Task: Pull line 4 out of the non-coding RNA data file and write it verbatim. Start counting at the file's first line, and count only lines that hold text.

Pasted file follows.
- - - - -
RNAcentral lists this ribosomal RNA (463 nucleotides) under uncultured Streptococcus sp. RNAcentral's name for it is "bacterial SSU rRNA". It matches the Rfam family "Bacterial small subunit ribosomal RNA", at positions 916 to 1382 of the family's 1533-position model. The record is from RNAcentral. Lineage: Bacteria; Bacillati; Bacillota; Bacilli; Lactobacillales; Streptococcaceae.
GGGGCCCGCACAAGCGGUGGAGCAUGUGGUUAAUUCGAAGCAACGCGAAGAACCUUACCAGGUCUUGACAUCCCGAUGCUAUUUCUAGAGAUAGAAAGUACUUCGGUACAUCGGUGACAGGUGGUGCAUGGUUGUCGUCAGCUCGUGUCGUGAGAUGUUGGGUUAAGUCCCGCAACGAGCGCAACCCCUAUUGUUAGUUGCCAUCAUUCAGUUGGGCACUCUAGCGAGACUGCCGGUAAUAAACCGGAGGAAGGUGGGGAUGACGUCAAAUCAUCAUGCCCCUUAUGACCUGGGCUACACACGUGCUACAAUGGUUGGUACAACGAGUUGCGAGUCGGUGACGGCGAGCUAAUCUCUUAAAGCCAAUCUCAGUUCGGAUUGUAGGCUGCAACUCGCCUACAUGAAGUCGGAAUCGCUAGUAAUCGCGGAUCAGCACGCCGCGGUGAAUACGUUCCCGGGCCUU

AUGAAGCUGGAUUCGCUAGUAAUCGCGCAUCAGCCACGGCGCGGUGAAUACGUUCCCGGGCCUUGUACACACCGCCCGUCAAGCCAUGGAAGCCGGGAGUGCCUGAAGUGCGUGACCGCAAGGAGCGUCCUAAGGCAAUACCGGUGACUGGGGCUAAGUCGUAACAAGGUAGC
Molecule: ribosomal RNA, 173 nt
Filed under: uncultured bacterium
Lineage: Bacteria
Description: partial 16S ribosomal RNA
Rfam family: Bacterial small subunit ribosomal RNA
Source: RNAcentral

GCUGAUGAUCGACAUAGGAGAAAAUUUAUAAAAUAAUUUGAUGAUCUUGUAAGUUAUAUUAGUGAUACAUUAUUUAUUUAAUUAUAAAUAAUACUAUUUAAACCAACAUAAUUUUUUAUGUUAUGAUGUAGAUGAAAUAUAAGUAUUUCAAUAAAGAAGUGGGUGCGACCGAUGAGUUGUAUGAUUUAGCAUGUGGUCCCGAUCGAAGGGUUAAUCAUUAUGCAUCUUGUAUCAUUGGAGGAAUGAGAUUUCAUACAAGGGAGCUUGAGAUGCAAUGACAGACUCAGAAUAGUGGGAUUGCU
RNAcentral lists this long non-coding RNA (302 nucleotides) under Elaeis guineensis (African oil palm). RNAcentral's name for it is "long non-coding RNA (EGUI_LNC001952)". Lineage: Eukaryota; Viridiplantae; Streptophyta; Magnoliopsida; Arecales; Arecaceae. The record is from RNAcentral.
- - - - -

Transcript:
Molecule: ribosomal RNA, 173 nt